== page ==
James Baldwin never shied away from piercingly critiquing the police’s impact on Black America. He once called them our “hired enemies.” Of course he knew firsthand. When he was very young, walking the streets of Harlem, he experienced their violence himself.
Two police officers stopped and frisked him. They made “comic (and terrifying) speculations concerning my ancestry and probable sexual prowess,” he wrote. Then, they left him on the ground in an empty lot.
Baldwin was only ten years old.
At 13, Baldwin heard yet another NYPD officer mumbling while walking to the library: “Why don’t you niggers stay uptown where you belong?” That was in the 1930s. And now, nearly a century later, the violence hasn’t gotten any better.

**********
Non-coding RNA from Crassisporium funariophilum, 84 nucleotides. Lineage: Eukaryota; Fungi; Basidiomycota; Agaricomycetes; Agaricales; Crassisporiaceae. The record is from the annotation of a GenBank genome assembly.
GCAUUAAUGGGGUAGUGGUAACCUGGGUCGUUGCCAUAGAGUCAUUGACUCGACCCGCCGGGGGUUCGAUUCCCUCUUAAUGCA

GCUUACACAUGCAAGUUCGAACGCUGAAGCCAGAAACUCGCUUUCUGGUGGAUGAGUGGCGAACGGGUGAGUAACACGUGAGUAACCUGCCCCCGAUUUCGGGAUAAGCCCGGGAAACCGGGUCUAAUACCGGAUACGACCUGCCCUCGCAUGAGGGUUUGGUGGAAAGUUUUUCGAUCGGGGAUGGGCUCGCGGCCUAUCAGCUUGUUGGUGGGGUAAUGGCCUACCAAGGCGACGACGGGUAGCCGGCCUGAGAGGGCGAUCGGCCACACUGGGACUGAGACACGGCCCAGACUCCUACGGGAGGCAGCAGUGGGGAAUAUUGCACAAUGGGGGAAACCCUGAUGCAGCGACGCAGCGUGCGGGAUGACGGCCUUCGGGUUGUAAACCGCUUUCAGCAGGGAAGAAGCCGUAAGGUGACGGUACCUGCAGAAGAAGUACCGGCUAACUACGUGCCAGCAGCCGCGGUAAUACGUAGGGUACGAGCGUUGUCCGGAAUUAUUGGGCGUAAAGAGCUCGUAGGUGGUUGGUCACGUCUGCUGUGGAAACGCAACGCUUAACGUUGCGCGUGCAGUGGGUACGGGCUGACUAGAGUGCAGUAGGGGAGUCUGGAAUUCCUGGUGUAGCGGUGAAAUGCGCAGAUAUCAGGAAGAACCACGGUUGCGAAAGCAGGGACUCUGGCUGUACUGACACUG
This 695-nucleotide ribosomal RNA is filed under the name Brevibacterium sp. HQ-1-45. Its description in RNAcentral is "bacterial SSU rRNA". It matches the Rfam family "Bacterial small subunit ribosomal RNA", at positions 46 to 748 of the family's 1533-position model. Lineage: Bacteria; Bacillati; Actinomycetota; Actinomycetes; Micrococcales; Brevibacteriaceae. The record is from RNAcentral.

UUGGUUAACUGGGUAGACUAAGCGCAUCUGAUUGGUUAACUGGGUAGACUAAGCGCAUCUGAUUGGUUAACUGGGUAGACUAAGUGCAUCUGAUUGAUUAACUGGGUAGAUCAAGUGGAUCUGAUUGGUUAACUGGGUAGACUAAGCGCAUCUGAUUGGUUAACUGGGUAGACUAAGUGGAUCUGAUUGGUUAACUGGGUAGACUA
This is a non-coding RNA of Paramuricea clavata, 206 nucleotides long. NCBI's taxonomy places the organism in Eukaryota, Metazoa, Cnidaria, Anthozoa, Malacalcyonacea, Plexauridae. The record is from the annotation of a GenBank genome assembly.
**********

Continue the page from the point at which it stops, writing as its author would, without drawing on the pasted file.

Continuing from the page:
While Black LGBTQ+ people have been policed and criminalized for being “predators” because of their race and sexuality, police are actual predators themselves. Baldwin wasn’t alone in his experience. The “frisk” in stop-and-frisk is often an act of sexual assault.
A system that creates and maintains assault is unacceptable.
Today, we are still routinely and disproportionately stopped and frisked. The system tells us we’re supposed to take it. But let’s ask ourselves for whose gain and whose expense? What does it mean to “respect the law” when the law doesn’t respect us?